Hospitals do a lot to kill microbes, but there is a gap in disinfection coverage, said Nick Connelly, application engineer for Crystal IS. “There is a missing layer of protection,” he said, pointing to high-touch surfaces and equipment in healthcare settings such as keyboards. “Consider all the devices being used, including roll-in devices and medication carts.”
In addition to using a range of chemical-based disinfectants, hospitals are looking to UV light as a disinfection solution. But some of these UV-light emitting devices, such as mercury lamps, can consume a lot of power and are not environmentally safe, Connelly said, and may not be cost effective for wide use. It may also be a challenge to move devices around hospitals for disinfection in a timely manner.
At BIOMEDevice San Jose 2018, Crystal IS, an Asahi Kasei company, presented an alternative: high-performance deep ultraviolet (UVC) LEDs launched in 2016 under the name Klaran. The company creates LEDs from an aluminum nitride substrate that can emit UV light in the 260-270 nm wavelength, which inactivates viruses and bacteria. “If you consider how powerful the light is at a particular wavelength, [the Klaran LEDs] are three times more powerful than that of our competitors,” Connelly said. “In 30 seconds, the LEDs can kill over 99% of C. difficile.”
Crystal IS can help customers implement such LEDs into point-of-care disinfection modules in a much smaller footprint than those of traditional UV lamps, enabling development of portable devices.
“UVC LEDs can be easily integrated directly into portable infection prevention equipment,” Connelly told MD+DI. “It all depends on what you are trying to disinfect. Is it a bed, a tablet, or an air duct, for instance?”
UVC LED use can also be traceable and trackable, providing data on disinfection. "Understanding the level of disinfection and tracking who is performing the task and where it is being done not only decreases the risk of HAIs but also allows hospital administrators to connect disinfection protocols to patient outcomes," he explained. "According to a presentation by Yale University at a 2018 IUVA conference, hospitals are looking to improve their disinfection protocols, but it is imperative to understand the level of disinfection and make the data quantifiable. Traceability and trackability are essential for the implementation of UVC LEDs in healthcare facilities to quantify the impact of this new technology.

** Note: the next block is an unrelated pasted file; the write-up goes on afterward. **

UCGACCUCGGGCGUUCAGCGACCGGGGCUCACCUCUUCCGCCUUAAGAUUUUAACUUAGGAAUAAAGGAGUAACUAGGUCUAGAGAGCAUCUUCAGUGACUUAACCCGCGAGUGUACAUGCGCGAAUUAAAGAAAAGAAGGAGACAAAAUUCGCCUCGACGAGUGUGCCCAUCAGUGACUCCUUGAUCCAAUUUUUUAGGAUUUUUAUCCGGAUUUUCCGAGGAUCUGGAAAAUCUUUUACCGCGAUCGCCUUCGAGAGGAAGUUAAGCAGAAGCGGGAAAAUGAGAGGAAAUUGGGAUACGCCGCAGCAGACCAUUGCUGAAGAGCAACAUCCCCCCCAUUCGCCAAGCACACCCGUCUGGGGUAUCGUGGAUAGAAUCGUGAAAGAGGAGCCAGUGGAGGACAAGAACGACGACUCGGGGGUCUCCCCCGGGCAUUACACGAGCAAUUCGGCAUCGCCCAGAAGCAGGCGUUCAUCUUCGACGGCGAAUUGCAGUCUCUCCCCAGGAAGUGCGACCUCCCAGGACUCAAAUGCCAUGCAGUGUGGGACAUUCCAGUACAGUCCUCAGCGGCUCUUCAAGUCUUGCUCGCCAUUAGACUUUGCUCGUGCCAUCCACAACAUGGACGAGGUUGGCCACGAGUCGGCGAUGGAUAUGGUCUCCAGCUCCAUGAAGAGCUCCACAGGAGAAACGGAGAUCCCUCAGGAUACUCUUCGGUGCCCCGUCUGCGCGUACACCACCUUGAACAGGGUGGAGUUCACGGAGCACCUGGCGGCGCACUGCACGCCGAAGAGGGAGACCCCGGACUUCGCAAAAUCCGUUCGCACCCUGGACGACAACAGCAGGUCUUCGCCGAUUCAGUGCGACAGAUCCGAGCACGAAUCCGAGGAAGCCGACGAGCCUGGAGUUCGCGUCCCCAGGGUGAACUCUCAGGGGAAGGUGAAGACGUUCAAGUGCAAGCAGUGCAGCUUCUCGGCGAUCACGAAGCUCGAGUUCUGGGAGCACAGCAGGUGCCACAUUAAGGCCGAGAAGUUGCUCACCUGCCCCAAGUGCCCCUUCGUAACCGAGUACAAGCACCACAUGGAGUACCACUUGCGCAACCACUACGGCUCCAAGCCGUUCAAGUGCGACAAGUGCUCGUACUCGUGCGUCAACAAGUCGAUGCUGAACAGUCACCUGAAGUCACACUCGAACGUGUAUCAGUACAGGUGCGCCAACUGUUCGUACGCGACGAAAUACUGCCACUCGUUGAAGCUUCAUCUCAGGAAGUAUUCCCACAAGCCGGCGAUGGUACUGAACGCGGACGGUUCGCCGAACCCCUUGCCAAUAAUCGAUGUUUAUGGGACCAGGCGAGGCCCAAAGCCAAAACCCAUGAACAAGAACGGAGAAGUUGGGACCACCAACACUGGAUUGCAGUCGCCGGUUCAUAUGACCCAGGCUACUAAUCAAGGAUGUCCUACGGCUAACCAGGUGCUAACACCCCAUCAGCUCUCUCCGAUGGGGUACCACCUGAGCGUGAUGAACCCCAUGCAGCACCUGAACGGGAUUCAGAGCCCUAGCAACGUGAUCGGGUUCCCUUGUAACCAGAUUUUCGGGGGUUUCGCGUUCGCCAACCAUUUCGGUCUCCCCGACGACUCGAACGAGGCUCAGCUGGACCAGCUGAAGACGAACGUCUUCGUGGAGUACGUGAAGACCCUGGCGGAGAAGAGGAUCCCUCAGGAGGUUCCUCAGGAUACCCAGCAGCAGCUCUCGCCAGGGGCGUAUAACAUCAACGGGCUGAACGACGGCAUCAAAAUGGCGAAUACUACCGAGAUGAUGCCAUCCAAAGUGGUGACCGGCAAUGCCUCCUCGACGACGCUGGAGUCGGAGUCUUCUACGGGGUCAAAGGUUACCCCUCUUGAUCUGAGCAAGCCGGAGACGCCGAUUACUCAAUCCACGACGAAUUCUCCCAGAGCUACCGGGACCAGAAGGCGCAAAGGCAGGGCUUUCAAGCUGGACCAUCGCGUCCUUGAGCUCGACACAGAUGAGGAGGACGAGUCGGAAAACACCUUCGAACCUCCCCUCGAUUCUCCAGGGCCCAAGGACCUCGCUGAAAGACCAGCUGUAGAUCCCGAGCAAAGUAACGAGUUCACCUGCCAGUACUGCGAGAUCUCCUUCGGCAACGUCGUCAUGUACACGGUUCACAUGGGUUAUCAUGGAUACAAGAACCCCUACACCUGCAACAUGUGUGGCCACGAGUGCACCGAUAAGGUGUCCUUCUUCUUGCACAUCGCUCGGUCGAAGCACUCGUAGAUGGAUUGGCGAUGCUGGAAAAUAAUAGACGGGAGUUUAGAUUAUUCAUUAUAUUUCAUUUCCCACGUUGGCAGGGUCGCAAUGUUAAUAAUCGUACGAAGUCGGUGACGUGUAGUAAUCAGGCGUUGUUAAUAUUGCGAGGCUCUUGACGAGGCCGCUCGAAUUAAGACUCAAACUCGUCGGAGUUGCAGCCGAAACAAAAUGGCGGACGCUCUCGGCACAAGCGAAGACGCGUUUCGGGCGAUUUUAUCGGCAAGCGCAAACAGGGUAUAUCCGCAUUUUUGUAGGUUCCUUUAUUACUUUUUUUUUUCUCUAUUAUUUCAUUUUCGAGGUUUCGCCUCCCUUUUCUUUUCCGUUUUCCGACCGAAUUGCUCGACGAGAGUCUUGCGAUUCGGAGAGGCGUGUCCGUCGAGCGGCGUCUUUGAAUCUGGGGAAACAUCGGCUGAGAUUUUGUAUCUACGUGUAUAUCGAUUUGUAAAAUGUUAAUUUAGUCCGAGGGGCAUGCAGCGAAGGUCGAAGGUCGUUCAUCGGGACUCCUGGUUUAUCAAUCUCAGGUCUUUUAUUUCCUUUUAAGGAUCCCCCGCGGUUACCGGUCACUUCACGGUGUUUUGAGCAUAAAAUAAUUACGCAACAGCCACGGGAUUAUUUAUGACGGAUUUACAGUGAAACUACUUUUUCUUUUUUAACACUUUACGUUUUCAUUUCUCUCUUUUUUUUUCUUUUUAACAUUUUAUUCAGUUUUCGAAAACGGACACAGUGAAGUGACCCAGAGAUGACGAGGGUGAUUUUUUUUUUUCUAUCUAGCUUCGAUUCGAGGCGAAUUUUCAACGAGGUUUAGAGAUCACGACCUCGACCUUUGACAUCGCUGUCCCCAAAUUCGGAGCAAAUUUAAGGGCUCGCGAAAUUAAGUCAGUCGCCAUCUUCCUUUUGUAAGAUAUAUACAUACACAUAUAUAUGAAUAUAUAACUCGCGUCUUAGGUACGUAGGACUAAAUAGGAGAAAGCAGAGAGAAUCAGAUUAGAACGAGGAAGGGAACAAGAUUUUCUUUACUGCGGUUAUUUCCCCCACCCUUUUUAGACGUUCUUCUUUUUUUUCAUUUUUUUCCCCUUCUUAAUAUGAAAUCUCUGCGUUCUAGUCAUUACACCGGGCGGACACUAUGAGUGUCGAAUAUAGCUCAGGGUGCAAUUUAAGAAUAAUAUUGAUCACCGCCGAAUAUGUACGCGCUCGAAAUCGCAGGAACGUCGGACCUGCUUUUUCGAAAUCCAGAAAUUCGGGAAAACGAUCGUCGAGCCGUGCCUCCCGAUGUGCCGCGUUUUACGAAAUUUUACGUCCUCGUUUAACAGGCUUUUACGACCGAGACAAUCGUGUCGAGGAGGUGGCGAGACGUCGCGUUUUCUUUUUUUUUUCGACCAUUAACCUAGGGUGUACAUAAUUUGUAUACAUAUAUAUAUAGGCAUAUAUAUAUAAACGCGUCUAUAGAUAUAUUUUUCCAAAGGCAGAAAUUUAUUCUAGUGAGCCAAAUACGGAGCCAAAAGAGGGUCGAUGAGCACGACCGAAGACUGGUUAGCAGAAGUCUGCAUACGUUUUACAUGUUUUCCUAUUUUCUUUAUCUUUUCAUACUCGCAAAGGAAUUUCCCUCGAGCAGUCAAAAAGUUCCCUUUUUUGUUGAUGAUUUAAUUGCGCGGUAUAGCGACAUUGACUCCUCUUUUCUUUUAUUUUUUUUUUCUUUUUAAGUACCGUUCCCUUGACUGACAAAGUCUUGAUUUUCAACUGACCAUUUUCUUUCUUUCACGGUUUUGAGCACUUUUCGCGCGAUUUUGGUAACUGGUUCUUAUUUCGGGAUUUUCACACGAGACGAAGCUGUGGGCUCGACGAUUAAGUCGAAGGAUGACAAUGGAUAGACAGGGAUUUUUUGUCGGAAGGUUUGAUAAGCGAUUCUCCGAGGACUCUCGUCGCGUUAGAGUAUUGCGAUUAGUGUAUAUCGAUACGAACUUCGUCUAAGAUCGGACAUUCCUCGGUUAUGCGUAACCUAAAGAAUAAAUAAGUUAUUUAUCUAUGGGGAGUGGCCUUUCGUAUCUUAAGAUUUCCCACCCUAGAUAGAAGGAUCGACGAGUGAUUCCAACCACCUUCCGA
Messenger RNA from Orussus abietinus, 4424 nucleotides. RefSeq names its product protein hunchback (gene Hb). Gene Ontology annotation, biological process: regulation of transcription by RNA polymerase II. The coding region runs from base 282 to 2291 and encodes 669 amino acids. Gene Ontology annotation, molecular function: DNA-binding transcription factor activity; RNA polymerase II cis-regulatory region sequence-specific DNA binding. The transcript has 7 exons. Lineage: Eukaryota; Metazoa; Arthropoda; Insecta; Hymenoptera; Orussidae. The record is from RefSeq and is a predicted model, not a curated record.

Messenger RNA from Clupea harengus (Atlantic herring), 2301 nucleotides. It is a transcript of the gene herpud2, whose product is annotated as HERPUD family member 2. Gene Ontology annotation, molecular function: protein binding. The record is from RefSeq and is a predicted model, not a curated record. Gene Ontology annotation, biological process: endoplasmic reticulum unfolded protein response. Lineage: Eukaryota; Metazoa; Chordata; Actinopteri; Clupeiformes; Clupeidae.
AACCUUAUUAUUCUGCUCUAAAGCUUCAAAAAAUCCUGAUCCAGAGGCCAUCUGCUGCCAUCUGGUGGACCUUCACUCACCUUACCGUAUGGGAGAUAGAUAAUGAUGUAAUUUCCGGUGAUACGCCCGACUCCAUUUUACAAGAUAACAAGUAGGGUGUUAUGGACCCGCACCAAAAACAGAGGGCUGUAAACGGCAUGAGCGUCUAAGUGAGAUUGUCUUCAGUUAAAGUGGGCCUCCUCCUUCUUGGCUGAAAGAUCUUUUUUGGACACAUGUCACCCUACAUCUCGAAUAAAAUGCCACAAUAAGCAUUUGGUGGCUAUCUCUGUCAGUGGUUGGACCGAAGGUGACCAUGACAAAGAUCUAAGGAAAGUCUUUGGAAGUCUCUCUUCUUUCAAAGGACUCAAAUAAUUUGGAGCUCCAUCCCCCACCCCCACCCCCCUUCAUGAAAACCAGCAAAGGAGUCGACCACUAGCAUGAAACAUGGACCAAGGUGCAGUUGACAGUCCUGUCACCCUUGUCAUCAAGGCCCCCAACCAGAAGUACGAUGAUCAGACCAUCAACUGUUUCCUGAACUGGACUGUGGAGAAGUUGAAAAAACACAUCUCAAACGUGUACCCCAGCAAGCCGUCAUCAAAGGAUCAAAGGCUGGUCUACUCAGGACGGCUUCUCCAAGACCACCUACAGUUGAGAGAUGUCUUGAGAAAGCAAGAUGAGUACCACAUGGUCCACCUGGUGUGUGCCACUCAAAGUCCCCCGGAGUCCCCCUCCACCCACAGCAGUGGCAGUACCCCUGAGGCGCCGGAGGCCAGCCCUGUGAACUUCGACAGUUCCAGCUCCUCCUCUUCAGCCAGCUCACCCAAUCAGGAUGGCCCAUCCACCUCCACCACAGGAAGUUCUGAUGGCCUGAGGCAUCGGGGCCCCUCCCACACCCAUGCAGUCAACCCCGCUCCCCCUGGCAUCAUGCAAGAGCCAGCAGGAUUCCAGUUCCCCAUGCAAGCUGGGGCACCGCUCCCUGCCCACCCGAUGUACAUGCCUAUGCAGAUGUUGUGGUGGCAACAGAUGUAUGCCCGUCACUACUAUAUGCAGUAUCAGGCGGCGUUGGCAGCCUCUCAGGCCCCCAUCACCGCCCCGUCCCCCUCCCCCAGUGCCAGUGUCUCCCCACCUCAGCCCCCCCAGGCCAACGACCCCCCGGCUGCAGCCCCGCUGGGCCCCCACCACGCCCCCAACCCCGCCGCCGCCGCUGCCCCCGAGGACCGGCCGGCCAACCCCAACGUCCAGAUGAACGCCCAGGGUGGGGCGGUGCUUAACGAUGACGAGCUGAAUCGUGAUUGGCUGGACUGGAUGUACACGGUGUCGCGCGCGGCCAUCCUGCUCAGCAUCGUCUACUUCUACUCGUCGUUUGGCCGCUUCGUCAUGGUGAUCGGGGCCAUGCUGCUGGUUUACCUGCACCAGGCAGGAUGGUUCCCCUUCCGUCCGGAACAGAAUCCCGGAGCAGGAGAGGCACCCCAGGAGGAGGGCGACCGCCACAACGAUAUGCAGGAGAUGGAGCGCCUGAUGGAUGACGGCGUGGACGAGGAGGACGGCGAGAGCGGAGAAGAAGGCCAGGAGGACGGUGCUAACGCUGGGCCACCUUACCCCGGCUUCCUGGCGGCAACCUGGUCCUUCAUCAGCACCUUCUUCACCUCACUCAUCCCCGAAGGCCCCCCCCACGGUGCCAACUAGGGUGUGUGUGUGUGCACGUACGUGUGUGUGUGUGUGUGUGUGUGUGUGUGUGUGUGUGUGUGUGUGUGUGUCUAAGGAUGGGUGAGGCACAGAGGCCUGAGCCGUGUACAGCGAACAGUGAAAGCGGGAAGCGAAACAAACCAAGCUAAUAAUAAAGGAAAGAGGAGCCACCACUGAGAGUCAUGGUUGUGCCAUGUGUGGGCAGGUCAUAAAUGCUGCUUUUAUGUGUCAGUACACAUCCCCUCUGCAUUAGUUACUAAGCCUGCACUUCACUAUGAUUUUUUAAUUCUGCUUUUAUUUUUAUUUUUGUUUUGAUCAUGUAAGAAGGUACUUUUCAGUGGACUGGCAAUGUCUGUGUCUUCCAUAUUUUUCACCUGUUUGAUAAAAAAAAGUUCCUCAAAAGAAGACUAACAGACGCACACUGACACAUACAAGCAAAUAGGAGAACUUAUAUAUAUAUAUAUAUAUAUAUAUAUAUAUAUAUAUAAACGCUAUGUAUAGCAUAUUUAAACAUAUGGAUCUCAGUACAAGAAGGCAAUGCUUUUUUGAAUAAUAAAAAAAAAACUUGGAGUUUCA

“Crystal IS has been working closely with customers in the healthcare space since 2013, gaining a better understanding of the challenges engineers face with medical device design and their goals for incorporating point-of-use disinfection technology into their products,” Connelly continued. “By engaging with our customers early, we have been able to develop a more collaborative approach to product development. UVC LED technology will be rolling out in multiple medical products across a number of healthcare facilities in 2019, so now is great time to be at the very front of this ‘digital cleaning’ trend.”
In 2018, companies began using or testing prototypes of products designed with Klaran HC LEDs. For example, Finnish company LED Tailor developed its WiSDOM DS product, which is a file cabinet style disinfection equipment. LED Tailor also installed a WiSDOM DS surface disinfection box at Turku University Hospital (TYKS), Salo Hospital, for disinfecting blood pressure monitors and cuffs, tourniquets, thermometers, heating pads, mobile phones, keys, pens, and pen holders.
U.S.-based innovator FLOORX has developed floor tiles that integrate UVC LEDs to disinfect the soles of shoes in high-risk areas of the hospital. Showcased at the spring 2018 APIC show, FLOORX plans to have its floor tiles in hospitals in the coming months, Connelly said.